Sex Ed in Bed
The Caress
By Jallen Rix, Ed.D. (c).

Have you ever received a massage from someone who just didn’t seem to “get it?” You lay down on the table, this masseur goes to work and you feel like a baker kneading dough probably has more passion for her craft. True, the masseur is touching you, and massaging your muscle groups, but it’s so rote that it could almost be misconstrued as an anatomy lesson. On a different note, there have been times when I’m having sex and I catch myself dropping into this kind of masseur mode — touching in ways that seek out muscle tension, but like an automatic exercise I am doing to my partner, and it’s not necessarily a mutually pleasurable experience. What I think both of these examples are missing is what sexologist, Vena Blanchard likes to call “caress,” and she ain’t talking about a brand of soap.

Anybody can touch another person (with permission of course). The general activity of touch can have many motives and numerous ways of carrying it out. Massage is pretty much focused in one direction — on the person being massaged. Caress is the kind of touch that may be initiated by one person, but it is fully savored by both parties. This is not as easy as you might think. Dr. Blanchard believes that getting people to really feel the experience of touching another person is much harder than experiencing what you feel when you are being touched. Let’s face it, if you’re receiving a massage you don’t have to concern yourself about touching the masseur. But sex between two people is generally desired as a mutual experience.

Something that can interfere with this mutuality is a phenomenon that Masters and Johnson coined as Spectatoring, and in today’s vernacular it might be when you’re “too much in your head,” as if you’re watching the sex occur, but feeling like you’re not participating in it fully. Lots of people experience spectatoring at one time or another and fortunately, caress can be just the thing to get your head and body synced up again. Notice I didn’t write “ get you out of your head and back into your body,” because just as there is a mutuality between partners there also needs to be a balance — an integration, if you will — between the head and the body. “If both my hands are involved in something, I figure my mind ought to be involved with it too.” — Ellen DeGeneres. So if you feel sometimes your inner dialogue keeps interrupting your love-making, try this caressing exercise:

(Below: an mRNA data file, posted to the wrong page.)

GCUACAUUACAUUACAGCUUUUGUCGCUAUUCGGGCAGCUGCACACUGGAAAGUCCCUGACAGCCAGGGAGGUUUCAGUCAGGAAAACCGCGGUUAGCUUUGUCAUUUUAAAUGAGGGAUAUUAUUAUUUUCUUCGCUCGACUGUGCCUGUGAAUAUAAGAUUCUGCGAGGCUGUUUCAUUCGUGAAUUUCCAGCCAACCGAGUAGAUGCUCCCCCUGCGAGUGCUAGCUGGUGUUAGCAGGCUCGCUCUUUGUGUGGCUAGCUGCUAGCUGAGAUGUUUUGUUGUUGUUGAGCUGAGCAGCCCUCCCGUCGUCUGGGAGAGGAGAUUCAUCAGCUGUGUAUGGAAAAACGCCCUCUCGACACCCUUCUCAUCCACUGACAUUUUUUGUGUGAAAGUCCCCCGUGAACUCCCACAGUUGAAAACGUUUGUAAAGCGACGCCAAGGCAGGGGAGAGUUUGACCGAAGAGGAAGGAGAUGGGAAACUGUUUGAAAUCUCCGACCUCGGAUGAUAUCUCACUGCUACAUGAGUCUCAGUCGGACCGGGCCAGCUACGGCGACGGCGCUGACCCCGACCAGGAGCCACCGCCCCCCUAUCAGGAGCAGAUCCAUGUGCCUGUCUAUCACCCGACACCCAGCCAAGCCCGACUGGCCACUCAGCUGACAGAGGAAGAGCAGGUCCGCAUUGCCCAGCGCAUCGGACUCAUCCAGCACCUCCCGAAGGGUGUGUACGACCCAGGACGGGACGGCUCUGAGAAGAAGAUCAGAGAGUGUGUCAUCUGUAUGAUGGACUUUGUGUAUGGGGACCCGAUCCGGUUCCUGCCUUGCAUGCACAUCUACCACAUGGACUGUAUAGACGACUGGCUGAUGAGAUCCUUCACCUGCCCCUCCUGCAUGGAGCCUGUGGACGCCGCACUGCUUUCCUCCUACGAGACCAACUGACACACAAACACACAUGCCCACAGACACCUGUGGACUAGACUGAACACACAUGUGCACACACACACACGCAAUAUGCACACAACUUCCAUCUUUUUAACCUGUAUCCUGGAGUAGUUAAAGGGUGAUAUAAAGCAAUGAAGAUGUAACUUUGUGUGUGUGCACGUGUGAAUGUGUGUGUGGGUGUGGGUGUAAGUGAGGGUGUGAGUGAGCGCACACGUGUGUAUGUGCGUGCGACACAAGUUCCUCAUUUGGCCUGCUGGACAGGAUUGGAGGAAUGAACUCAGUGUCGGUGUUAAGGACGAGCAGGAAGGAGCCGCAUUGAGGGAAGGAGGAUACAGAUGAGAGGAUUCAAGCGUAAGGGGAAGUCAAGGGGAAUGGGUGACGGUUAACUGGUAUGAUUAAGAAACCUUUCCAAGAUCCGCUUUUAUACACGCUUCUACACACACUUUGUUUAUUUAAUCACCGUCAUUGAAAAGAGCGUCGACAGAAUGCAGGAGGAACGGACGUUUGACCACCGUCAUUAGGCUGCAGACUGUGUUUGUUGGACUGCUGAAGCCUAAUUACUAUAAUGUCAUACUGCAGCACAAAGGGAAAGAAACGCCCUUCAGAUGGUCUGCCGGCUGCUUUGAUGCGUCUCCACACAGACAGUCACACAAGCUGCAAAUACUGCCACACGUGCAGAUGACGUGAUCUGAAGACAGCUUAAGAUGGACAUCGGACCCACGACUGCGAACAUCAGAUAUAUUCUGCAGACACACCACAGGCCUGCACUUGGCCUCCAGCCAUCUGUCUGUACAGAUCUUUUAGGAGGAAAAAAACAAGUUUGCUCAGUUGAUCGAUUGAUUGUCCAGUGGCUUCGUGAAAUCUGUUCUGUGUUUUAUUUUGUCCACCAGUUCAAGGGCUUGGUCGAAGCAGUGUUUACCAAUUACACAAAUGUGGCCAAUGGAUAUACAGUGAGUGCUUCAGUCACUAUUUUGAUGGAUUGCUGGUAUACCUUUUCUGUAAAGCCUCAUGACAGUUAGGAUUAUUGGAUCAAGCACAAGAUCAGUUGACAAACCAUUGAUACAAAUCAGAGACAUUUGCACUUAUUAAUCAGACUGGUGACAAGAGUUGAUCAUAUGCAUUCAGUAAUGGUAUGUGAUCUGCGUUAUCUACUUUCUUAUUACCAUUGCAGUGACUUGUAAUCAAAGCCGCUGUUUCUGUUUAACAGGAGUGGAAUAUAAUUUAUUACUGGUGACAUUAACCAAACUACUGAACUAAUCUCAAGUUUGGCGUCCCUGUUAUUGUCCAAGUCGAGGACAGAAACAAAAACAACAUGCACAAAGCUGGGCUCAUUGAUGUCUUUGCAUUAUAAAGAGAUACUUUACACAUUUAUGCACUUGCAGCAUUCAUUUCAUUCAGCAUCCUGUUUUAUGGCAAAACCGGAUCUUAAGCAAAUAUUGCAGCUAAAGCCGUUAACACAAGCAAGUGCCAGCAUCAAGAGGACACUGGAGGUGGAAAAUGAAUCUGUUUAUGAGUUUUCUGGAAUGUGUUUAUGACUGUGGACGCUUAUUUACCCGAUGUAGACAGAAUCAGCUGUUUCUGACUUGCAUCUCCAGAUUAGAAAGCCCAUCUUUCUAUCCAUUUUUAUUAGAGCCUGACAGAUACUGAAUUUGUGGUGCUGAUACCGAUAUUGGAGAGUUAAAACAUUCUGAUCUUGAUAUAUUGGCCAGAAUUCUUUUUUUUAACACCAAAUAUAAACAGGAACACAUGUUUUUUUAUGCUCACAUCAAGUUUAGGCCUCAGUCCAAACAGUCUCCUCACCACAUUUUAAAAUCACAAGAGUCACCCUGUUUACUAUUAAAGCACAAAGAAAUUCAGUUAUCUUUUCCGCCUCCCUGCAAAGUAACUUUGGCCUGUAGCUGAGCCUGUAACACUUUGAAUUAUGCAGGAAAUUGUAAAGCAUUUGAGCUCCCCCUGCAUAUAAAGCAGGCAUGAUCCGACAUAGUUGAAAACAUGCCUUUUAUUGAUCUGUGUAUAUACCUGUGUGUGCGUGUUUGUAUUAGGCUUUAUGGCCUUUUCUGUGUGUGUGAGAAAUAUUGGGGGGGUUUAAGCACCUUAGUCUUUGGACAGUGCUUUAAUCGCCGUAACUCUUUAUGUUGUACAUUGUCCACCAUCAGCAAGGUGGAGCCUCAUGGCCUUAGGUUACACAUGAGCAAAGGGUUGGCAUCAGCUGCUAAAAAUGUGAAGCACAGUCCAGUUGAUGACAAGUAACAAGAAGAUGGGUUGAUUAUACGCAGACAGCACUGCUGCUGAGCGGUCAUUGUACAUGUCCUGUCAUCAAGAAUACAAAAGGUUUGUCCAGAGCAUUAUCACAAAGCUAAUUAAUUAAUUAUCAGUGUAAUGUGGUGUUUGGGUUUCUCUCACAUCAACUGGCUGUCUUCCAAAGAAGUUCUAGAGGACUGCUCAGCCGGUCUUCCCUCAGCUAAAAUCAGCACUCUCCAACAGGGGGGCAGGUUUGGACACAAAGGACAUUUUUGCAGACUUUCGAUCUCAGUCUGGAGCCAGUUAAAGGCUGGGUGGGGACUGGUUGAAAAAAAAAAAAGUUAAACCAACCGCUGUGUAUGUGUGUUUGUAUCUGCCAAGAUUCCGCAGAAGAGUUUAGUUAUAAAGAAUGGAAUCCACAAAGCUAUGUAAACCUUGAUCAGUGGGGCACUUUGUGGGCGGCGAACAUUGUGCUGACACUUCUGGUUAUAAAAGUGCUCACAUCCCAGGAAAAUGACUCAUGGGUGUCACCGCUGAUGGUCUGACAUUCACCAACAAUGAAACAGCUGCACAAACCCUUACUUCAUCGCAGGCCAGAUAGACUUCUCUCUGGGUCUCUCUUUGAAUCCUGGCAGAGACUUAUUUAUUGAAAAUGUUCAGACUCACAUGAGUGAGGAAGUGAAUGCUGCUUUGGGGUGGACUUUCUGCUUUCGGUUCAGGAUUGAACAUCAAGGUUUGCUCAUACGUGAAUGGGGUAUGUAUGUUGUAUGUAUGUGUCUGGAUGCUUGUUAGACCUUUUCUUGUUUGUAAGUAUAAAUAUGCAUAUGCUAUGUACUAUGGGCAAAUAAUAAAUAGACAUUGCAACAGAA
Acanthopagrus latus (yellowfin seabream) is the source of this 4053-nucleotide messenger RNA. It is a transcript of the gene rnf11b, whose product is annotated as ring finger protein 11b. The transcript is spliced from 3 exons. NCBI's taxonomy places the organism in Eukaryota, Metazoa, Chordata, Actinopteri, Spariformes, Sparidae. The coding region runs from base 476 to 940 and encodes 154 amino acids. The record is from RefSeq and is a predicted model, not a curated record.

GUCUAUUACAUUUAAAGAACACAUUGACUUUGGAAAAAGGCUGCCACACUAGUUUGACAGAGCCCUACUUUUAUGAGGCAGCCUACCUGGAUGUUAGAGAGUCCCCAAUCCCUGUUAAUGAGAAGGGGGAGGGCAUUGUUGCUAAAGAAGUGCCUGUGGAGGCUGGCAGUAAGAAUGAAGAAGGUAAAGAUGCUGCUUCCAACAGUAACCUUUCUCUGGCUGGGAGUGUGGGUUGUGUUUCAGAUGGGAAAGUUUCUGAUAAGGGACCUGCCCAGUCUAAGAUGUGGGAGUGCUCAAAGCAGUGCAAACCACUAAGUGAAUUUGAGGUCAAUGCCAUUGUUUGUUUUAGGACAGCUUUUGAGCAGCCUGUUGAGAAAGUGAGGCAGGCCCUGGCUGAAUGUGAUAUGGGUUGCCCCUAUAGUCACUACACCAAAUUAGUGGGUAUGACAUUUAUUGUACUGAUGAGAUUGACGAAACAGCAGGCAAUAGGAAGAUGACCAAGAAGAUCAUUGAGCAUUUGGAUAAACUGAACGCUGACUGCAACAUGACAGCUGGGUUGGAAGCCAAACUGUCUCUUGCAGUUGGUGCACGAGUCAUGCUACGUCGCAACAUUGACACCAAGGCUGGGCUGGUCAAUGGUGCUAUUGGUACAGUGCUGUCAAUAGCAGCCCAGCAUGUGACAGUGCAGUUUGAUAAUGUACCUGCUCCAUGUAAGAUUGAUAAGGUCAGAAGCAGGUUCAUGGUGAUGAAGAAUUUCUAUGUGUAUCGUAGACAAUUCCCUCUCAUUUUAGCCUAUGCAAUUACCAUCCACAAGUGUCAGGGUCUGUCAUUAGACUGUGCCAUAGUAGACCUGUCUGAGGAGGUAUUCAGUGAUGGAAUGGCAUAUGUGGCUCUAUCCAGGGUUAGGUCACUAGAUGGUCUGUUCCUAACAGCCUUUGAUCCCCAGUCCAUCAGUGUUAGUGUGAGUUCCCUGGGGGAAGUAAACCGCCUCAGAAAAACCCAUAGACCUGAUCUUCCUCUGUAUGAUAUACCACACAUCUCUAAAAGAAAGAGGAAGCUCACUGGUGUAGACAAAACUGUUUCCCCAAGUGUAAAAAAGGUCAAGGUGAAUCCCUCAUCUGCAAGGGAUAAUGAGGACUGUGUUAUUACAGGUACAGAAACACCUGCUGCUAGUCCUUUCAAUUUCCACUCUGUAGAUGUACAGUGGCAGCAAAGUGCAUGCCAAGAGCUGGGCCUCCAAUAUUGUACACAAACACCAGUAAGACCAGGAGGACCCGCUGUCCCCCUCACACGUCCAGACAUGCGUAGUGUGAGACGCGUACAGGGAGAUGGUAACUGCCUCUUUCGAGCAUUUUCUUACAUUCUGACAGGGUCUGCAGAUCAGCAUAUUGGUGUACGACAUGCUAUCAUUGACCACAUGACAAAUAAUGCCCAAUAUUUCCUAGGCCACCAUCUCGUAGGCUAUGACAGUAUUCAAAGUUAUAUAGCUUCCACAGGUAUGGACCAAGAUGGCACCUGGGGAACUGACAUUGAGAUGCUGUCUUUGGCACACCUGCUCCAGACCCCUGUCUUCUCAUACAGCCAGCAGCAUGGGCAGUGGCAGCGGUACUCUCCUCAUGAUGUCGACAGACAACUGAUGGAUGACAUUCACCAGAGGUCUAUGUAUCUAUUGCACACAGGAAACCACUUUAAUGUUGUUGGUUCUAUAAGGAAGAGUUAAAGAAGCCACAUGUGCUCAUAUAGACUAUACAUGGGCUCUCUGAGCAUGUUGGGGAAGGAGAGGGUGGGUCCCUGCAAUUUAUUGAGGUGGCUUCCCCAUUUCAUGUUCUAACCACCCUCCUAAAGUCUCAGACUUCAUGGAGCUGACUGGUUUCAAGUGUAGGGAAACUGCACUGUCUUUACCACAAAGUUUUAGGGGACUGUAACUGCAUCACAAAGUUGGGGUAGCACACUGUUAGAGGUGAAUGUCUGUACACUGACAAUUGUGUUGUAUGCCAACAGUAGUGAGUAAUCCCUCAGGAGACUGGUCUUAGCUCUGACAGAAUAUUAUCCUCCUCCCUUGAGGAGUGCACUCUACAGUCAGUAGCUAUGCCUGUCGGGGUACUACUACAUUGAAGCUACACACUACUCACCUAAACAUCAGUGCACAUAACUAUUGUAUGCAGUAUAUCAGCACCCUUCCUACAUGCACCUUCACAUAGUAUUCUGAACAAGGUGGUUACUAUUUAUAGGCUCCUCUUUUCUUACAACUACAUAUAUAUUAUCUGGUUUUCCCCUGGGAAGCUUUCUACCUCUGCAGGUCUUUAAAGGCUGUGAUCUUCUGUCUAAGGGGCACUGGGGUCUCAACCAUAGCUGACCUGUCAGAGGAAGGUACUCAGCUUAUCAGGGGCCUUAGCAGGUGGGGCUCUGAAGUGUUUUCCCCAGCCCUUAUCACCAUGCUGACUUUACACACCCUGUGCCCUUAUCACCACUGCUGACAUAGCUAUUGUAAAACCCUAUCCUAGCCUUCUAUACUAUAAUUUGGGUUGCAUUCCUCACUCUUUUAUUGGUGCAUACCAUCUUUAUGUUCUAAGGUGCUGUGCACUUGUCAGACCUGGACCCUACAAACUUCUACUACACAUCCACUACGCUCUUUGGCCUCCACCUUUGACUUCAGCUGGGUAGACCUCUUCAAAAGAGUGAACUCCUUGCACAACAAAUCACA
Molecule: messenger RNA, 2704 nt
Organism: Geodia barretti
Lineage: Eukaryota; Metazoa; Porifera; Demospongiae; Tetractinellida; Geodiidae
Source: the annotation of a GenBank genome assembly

Set some time aside with a friend or partner. This time will have no expectations of intercourse, orgasm or performance. This is just a time to experience touch. Get relaxed and put some soothing music on. Sit someplace facing each other and you start by caressing your partner’s hands. You might give them a massage. You might touch them as lightly as a feather. Technique does not matter. Nothing else matters except that you enjoy touching your partner’s hands as much as you can. Of course, your partner is enjoying being lovingly touched, too. So after about five minutes, switch and let your partner caress your hands. Try to stay focused on how good it feels to be touched. After another five minutes, try touching each others hands at the same time. You might at first think that it is going to get complicated, but you’ll be surprised how quickly you will both learn to delightfully dance with each others fingers.

If you can tear yourselves away from just caressing your hands (it can get pretty fun) repeat the exercise by caressing your partner's arms and shoulders, and vis versa. Then, over time (but not too quickly), move onto other body parts — feet, legs, faces, and so on. Of course, if pleasure sends you soaring and you end up having hot passionate sex, all the better, but it’s not the goal, experiencing each other is. Also, if at any point you don’t like how your partner is “exploring your landscape” speak up right away and give him/her a little guidance in the way that you would rather be touched. I know the exercise seems pretty simplistic, but trust me. Great pleasures are awaiting you who are willing to feel them. Believe it or not, this kind of caressing is a tried and true sexological exercise called Sensate Focus. It helps all kinds of sexual partnerships to set aside their “baggage” and zero in their attention on maximizing mutual pleasure. It really works and I highly recommend it!

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